For his second feature, director Pierre Godeau’s has drafted in two of the finest of a younger generation of French actors. Guillaume Gallienne of the prestigious La Comédie Française who drew rave reviews for his directorial debut Les Garcons, et Guillaume, à Table for which he also received the 2014 Best Actor César. And Adèle Exarchopoulos who first came to the public’s attention in Abdellatif Kechiche’s Palme d’Or winning La Vie d’Adèle (Blue is the Warmest Colour). But not even these two talented actors can lift Godeau’s pedestrian tale of a prison director’s illicit love affair with a female inmate out of the ordinary. It’s the stuff of TV drama and just as easily digested and forgotten. Despite the French title, the love affair is a passionless, tawdry affair not helped by the down-at-heel prison setting. Exactly why the director Jean Firmino (Gallienne) would risk everything for Anna Amari (Exarchopoulos) is just one of the more baffling aspects of this disappointingly unengaging film.
Jean Firmino is happily married to Elise (Stéphanie Cleau) and together they have a young daughter, Louise. He is the hands-on director of a women’s prison fully involved in the day-today-running of the institution. Anna is already several years into a long sentence for an unspecified crime when she is transferred to Firmino’s prison to be closer to her family. Firmino finds himself drawn to the attractive, enigmatic Anna and his desire to help her improve her education soon becomes an all-consuming passion for the young woman. Anna reciprocates and the two are caught in a dangerous relationship both are powerless to end.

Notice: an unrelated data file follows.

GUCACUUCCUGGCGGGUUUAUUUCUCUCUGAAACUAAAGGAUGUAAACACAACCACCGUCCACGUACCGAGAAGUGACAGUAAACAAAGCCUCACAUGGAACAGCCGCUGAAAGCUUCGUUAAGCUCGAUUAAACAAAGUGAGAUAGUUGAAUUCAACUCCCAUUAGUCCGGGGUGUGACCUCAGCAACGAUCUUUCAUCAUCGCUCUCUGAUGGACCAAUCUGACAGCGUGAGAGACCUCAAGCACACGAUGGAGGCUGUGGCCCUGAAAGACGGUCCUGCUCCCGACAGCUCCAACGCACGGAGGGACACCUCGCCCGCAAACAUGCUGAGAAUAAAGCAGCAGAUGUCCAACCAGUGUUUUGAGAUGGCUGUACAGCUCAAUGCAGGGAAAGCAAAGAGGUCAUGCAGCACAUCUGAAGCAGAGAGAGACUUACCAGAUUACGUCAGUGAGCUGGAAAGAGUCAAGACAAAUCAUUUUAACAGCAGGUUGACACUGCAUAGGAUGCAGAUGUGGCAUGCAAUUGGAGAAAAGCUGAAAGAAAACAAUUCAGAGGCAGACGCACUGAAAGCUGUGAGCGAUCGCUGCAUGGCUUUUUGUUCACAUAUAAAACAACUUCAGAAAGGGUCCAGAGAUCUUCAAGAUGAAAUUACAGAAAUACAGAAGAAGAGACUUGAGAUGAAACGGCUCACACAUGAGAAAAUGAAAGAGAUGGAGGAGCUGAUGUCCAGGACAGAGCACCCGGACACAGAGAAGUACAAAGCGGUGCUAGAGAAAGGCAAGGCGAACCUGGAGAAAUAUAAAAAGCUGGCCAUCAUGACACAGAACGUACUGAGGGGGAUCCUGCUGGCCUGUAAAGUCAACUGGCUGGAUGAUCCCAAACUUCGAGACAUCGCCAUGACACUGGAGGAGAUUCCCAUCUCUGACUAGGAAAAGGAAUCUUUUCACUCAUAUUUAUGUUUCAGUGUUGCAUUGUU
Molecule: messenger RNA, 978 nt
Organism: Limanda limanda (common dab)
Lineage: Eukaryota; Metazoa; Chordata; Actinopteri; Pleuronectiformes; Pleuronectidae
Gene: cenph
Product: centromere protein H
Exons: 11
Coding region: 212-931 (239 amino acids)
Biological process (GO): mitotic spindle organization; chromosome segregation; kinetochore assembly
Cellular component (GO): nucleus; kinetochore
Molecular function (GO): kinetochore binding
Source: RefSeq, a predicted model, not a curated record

Exarchopoulos has yet to reproduce the success of Blue is the Warmest Colour. Her last two French films – Marianne Tardieu’s Qui Vive and Elie Wajeman’s Les Anarchistes previewed in last year’s Cannes Critics Week – were low-key affairs. And Exarchopoulos runs the risk of constantly playing second fiddle in films which showing a mostly male point of view. She is beautiful and talented and deserves better. Gallienne camped it up beautifully in Les Garcons, et Guillaume, à Table and was excellent as Yves Saint Laurent’s life-partner and right-hand man, Pierre Bergé, in Jalil Lespert’s film of the same name. But he fails to bring his usual touch of originality to the role of Firmino. It’s to be hoped his next film, Danièle Thompson’s Cézanne et Moi, due out in France later this year sees a return to form.